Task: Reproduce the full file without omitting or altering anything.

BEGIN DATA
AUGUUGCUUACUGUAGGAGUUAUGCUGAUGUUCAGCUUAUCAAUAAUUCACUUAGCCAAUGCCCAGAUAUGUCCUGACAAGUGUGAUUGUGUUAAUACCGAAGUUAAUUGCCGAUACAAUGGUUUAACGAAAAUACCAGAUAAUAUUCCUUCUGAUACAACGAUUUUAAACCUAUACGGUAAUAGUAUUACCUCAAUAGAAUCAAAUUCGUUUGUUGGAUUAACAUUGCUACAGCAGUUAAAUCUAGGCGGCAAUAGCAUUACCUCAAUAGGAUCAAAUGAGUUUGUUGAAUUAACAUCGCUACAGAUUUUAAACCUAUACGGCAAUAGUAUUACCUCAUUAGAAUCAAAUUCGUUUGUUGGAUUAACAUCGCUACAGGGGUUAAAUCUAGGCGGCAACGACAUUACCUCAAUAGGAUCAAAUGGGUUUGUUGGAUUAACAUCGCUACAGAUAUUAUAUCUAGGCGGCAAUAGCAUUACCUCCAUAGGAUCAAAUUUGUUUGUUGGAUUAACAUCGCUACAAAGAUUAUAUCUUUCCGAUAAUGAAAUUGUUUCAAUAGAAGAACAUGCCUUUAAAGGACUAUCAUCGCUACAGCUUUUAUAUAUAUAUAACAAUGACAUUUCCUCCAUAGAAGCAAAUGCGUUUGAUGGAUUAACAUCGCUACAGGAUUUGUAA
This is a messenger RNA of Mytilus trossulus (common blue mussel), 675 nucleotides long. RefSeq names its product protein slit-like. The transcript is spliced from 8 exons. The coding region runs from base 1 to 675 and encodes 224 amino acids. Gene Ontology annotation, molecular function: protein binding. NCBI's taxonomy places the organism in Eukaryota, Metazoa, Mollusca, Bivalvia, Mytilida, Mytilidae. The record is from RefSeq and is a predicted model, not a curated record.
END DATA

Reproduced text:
AUGUUGCUUACUGUAGGAGUUAUGCUGAUGUUCAGCUUAUCAAUAAUUCACUUAGCCAAUGCCCAGAUAUGUCCUGACAAGUGUGAUUGUGUUAAUACCGAAGUUAAUUGCCGAUACAAUGGUUUAACGAAAAUACCAGAUAAUAUUCCUUCUGAUACAACGAUUUUAAACCUAUACGGUAAUAGUAUUACCUCAAUAGAAUCAAAUUCGUUUGUUGGAUUAACAUUGCUACAGCAGUUAAAUCUAGGCGGCAAUAGCAUUACCUCAAUAGGAUCAAAUGAGUUUGUUGAAUUAACAUCGCUACAGAUUUUAAACCUAUACGGCAAUAGUAUUACCUCAUUAGAAUCAAAUUCGUUUGUUGGAUUAACAUCGCUACAGGGGUUAAAUCUAGGCGGCAACGACAUUACCUCAAUAGGAUCAAAUGGGUUUGUUGGAUUAACAUCGCUACAGAUAUUAUAUCUAGGCGGCAAUAGCAUUACCUCCAUAGGAUCAAAUUUGUUUGUUGGAUUAACAUCGCUACAAAGAUUAUAUCUUUCCGAUAAUGAAAUUGUUUCAAUAGAAGAACAUGCCUUUAAAGGACUAUCAUCGCUACAGCUUUUAUAUAUAUAUAACAAUGACAUUUCCUCCAUAGAAGCAAAUGCGUUUGAUGGAUUAACAUCGCUACAGGAUUUGUAA
This is a messenger RNA of Mytilus trossulus (common blue mussel), 675 nucleotides long. RefSeq names its product protein slit-like. The transcript is spliced from 8 exons. The coding region runs from base 1 to 675 and encodes 224 amino acids. Gene Ontology annotation, molecular function: protein binding. NCBI's taxonomy places the organism in Eukaryota, Metazoa, Mollusca, Bivalvia, Mytilida, Mytilidae. The record is from RefSeq and is a predicted model, not a curated record.